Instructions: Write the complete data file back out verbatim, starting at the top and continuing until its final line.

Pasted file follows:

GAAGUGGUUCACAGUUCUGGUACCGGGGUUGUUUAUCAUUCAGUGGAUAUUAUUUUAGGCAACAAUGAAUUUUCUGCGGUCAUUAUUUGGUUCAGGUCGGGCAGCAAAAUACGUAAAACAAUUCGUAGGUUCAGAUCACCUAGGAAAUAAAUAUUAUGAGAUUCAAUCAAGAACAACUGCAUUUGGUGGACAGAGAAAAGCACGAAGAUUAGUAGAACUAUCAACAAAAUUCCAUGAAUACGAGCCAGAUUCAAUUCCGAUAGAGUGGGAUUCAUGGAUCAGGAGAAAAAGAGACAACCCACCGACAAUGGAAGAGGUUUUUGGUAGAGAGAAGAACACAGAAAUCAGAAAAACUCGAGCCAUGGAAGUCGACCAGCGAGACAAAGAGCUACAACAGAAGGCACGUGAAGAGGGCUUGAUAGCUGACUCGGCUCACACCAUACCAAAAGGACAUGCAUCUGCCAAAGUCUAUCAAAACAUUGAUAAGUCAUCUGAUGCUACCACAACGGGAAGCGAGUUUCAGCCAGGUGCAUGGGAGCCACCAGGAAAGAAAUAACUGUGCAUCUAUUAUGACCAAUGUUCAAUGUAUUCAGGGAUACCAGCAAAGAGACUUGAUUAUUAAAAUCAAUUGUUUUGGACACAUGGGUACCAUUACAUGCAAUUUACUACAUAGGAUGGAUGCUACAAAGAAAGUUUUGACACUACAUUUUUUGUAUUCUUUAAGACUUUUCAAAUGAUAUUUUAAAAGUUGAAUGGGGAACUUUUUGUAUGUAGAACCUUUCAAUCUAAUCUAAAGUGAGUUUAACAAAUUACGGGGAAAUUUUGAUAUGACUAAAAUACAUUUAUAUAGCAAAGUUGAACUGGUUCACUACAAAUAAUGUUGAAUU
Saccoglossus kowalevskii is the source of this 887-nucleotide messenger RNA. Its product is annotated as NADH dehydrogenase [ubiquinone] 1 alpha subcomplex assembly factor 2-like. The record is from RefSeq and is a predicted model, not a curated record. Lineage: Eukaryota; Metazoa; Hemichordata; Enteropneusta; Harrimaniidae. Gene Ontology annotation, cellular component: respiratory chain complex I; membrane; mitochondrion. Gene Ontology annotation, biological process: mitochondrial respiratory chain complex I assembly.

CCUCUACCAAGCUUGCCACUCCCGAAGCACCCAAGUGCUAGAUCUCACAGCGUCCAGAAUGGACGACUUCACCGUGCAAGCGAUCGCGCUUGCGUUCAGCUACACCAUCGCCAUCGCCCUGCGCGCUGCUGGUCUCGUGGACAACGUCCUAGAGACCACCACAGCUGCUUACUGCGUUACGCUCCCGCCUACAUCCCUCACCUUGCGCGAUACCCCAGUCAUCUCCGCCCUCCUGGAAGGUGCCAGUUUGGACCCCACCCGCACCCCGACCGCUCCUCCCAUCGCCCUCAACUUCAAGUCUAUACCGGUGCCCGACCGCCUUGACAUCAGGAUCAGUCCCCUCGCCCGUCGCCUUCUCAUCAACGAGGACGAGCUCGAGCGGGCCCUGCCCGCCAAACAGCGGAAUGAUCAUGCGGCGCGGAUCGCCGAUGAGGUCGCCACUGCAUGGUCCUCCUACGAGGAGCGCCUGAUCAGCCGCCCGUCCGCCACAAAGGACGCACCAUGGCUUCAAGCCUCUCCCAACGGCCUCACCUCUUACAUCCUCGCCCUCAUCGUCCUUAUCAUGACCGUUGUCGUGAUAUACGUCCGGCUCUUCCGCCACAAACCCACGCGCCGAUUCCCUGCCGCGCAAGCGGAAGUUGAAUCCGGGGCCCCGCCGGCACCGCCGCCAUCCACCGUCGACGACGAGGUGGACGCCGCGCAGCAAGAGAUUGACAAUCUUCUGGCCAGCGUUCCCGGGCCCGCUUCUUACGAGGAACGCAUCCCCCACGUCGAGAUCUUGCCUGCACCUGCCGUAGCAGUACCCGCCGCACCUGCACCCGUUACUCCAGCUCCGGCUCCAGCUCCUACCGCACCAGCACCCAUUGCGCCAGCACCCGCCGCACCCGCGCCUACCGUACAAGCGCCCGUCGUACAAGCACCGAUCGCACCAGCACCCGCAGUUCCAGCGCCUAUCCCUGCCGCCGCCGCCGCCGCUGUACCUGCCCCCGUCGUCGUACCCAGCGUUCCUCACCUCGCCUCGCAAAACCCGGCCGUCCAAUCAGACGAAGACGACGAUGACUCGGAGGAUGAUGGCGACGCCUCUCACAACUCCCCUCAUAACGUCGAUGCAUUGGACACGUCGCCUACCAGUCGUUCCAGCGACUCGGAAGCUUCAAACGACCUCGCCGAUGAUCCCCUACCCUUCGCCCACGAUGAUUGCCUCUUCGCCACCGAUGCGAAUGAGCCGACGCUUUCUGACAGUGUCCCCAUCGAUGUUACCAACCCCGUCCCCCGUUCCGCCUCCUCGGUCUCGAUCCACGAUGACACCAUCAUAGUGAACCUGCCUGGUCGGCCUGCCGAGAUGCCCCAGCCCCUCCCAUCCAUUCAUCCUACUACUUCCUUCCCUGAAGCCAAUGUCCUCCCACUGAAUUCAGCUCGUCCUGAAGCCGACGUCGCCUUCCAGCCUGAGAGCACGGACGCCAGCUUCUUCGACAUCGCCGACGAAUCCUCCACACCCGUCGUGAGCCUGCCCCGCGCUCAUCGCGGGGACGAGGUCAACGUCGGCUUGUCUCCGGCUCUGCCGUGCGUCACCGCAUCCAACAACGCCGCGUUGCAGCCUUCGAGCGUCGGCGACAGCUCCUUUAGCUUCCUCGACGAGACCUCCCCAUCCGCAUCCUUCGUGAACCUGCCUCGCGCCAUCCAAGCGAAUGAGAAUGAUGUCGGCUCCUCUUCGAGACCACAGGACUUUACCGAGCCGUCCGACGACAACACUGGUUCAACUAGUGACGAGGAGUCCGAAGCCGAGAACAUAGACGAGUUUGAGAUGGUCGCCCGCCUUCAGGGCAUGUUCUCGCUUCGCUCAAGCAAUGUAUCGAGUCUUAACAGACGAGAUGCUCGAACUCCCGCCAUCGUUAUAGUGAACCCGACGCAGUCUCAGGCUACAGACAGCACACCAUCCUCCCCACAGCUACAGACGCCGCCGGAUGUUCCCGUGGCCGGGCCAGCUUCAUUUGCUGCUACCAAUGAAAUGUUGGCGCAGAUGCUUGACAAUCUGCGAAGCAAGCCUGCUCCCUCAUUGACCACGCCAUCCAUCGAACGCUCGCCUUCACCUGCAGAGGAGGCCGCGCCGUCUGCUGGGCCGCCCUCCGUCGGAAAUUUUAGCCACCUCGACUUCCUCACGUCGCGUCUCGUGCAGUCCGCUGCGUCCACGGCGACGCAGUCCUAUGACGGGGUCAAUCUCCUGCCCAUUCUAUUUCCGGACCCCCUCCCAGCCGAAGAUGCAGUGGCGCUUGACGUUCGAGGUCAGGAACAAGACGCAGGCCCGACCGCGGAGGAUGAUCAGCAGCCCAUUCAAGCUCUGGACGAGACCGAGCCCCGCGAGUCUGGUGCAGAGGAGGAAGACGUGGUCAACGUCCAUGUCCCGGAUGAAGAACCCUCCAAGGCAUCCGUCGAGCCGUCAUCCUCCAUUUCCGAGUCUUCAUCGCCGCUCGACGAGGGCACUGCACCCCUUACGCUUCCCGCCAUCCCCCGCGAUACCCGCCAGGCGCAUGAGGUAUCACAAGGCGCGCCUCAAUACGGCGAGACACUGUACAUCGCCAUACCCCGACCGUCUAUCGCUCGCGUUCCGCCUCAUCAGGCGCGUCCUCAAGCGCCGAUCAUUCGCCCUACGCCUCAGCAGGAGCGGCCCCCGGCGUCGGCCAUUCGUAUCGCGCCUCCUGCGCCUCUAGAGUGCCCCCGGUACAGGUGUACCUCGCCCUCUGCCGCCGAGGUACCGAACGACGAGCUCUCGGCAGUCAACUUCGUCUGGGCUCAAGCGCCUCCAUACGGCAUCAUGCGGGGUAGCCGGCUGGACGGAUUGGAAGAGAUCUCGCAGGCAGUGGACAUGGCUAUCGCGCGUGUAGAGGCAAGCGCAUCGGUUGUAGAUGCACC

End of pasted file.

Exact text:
GAAGUGGUUCACAGUUCUGGUACCGGGGUUGUUUAUCAUUCAGUGGAUAUUAUUUUAGGCAACAAUGAAUUUUCUGCGGUCAUUAUUUGGUUCAGGUCGGGCAGCAAAAUACGUAAAACAAUUCGUAGGUUCAGAUCACCUAGGAAAUAAAUAUUAUGAGAUUCAAUCAAGAACAACUGCAUUUGGUGGACAGAGAAAAGCACGAAGAUUAGUAGAACUAUCAACAAAAUUCCAUGAAUACGAGCCAGAUUCAAUUCCGAUAGAGUGGGAUUCAUGGAUCAGGAGAAAAAGAGACAACCCACCGACAAUGGAAGAGGUUUUUGGUAGAGAGAAGAACACAGAAAUCAGAAAAACUCGAGCCAUGGAAGUCGACCAGCGAGACAAAGAGCUACAACAGAAGGCACGUGAAGAGGGCUUGAUAGCUGACUCGGCUCACACCAUACCAAAAGGACAUGCAUCUGCCAAAGUCUAUCAAAACAUUGAUAAGUCAUCUGAUGCUACCACAACGGGAAGCGAGUUUCAGCCAGGUGCAUGGGAGCCACCAGGAAAGAAAUAACUGUGCAUCUAUUAUGACCAAUGUUCAAUGUAUUCAGGGAUACCAGCAAAGAGACUUGAUUAUUAAAAUCAAUUGUUUUGGACACAUGGGUACCAUUACAUGCAAUUUACUACAUAGGAUGGAUGCUACAAAGAAAGUUUUGACACUACAUUUUUUGUAUUCUUUAAGACUUUUCAAAUGAUAUUUUAAAAGUUGAAUGGGGAACUUUUUGUAUGUAGAACCUUUCAAUCUAAUCUAAAGUGAGUUUAACAAAUUACGGGGAAAUUUUGAUAUGACUAAAAUACAUUUAUAUAGCAAAGUUGAACUGGUUCACUACAAAUAAUGUUGAAUU
Saccoglossus kowalevskii is the source of this 887-nucleotide messenger RNA. Its product is annotated as NADH dehydrogenase [ubiquinone] 1 alpha subcomplex assembly factor 2-like. The record is from RefSeq and is a predicted model, not a curated record. Lineage: Eukaryota; Metazoa; Hemichordata; Enteropneusta; Harrimaniidae. Gene Ontology annotation, cellular component: respiratory chain complex I; membrane; mitochondrion. Gene Ontology annotation, biological process: mitochondrial respiratory chain complex I assembly.

CCUCUACCAAGCUUGCCACUCCCGAAGCACCCAAGUGCUAGAUCUCACAGCGUCCAGAAUGGACGACUUCACCGUGCAAGCGAUCGCGCUUGCGUUCAGCUACACCAUCGCCAUCGCCCUGCGCGCUGCUGGUCUCGUGGACAACGUCCUAGAGACCACCACAGCUGCUUACUGCGUUACGCUCCCGCCUACAUCCCUCACCUUGCGCGAUACCCCAGUCAUCUCCGCCCUCCUGGAAGGUGCCAGUUUGGACCCCACCCGCACCCCGACCGCUCCUCCCAUCGCCCUCAACUUCAAGUCUAUACCGGUGCCCGACCGCCUUGACAUCAGGAUCAGUCCCCUCGCCCGUCGCCUUCUCAUCAACGAGGACGAGCUCGAGCGGGCCCUGCCCGCCAAACAGCGGAAUGAUCAUGCGGCGCGGAUCGCCGAUGAGGUCGCCACUGCAUGGUCCUCCUACGAGGAGCGCCUGAUCAGCCGCCCGUCCGCCACAAAGGACGCACCAUGGCUUCAAGCCUCUCCCAACGGCCUCACCUCUUACAUCCUCGCCCUCAUCGUCCUUAUCAUGACCGUUGUCGUGAUAUACGUCCGGCUCUUCCGCCACAAACCCACGCGCCGAUUCCCUGCCGCGCAAGCGGAAGUUGAAUCCGGGGCCCCGCCGGCACCGCCGCCAUCCACCGUCGACGACGAGGUGGACGCCGCGCAGCAAGAGAUUGACAAUCUUCUGGCCAGCGUUCCCGGGCCCGCUUCUUACGAGGAACGCAUCCCCCACGUCGAGAUCUUGCCUGCACCUGCCGUAGCAGUACCCGCCGCACCUGCACCCGUUACUCCAGCUCCGGCUCCAGCUCCUACCGCACCAGCACCCAUUGCGCCAGCACCCGCCGCACCCGCGCCUACCGUACAAGCGCCCGUCGUACAAGCACCGAUCGCACCAGCACCCGCAGUUCCAGCGCCUAUCCCUGCCGCCGCCGCCGCCGCUGUACCUGCCCCCGUCGUCGUACCCAGCGUUCCUCACCUCGCCUCGCAAAACCCGGCCGUCCAAUCAGACGAAGACGACGAUGACUCGGAGGAUGAUGGCGACGCCUCUCACAACUCCCCUCAUAACGUCGAUGCAUUGGACACGUCGCCUACCAGUCGUUCCAGCGACUCGGAAGCUUCAAACGACCUCGCCGAUGAUCCCCUACCCUUCGCCCACGAUGAUUGCCUCUUCGCCACCGAUGCGAAUGAGCCGACGCUUUCUGACAGUGUCCCCAUCGAUGUUACCAACCCCGUCCCCCGUUCCGCCUCCUCGGUCUCGAUCCACGAUGACACCAUCAUAGUGAACCUGCCUGGUCGGCCUGCCGAGAUGCCCCAGCCCCUCCCAUCCAUUCAUCCUACUACUUCCUUCCCUGAAGCCAAUGUCCUCCCACUGAAUUCAGCUCGUCCUGAAGCCGACGUCGCCUUCCAGCCUGAGAGCACGGACGCCAGCUUCUUCGACAUCGCCGACGAAUCCUCCACACCCGUCGUGAGCCUGCCCCGCGCUCAUCGCGGGGACGAGGUCAACGUCGGCUUGUCUCCGGCUCUGCCGUGCGUCACCGCAUCCAACAACGCCGCGUUGCAGCCUUCGAGCGUCGGCGACAGCUCCUUUAGCUUCCUCGACGAGACCUCCCCAUCCGCAUCCUUCGUGAACCUGCCUCGCGCCAUCCAAGCGAAUGAGAAUGAUGUCGGCUCCUCUUCGAGACCACAGGACUUUACCGAGCCGUCCGACGACAACACUGGUUCAACUAGUGACGAGGAGUCCGAAGCCGAGAACAUAGACGAGUUUGAGAUGGUCGCCCGCCUUCAGGGCAUGUUCUCGCUUCGCUCAAGCAAUGUAUCGAGUCUUAACAGACGAGAUGCUCGAACUCCCGCCAUCGUUAUAGUGAACCCGACGCAGUCUCAGGCUACAGACAGCACACCAUCCUCCCCACAGCUACAGACGCCGCCGGAUGUUCCCGUGGCCGGGCCAGCUUCAUUUGCUGCUACCAAUGAAAUGUUGGCGCAGAUGCUUGACAAUCUGCGAAGCAAGCCUGCUCCCUCAUUGACCACGCCAUCCAUCGAACGCUCGCCUUCACCUGCAGAGGAGGCCGCGCCGUCUGCUGGGCCGCCCUCCGUCGGAAAUUUUAGCCACCUCGACUUCCUCACGUCGCGUCUCGUGCAGUCCGCUGCGUCCACGGCGACGCAGUCCUAUGACGGGGUCAAUCUCCUGCCCAUUCUAUUUCCGGACCCCCUCCCAGCCGAAGAUGCAGUGGCGCUUGACGUUCGAGGUCAGGAACAAGACGCAGGCCCGACCGCGGAGGAUGAUCAGCAGCCCAUUCAAGCUCUGGACGAGACCGAGCCCCGCGAGUCUGGUGCAGAGGAGGAAGACGUGGUCAACGUCCAUGUCCCGGAUGAAGAACCCUCCAAGGCAUCCGUCGAGCCGUCAUCCUCCAUUUCCGAGUCUUCAUCGCCGCUCGACGAGGGCACUGCACCCCUUACGCUUCCCGCCAUCCCCCGCGAUACCCGCCAGGCGCAUGAGGUAUCACAAGGCGCGCCUCAAUACGGCGAGACACUGUACAUCGCCAUACCCCGACCGUCUAUCGCUCGCGUUCCGCCUCAUCAGGCGCGUCCUCAAGCGCCGAUCAUUCGCCCUACGCCUCAGCAGGAGCGGCCCCCGGCGUCGGCCAUUCGUAUCGCGCCUCCUGCGCCUCUAGAGUGCCCCCGGUACAGGUGUACCUCGCCCUCUGCCGCCGAGGUACCGAACGACGAGCUCUCGGCAGUCAACUUCGUCUGGGCUCAAGCGCCUCCAUACGGCAUCAUGCGGGGUAGCCGGCUGGACGGAUUGGAAGAGAUCUCGCAGGCAGUGGACAUGGCUAUCGCGCGUGUAGAGGCAAGCGCAUCGGUUGUAGAUGCACC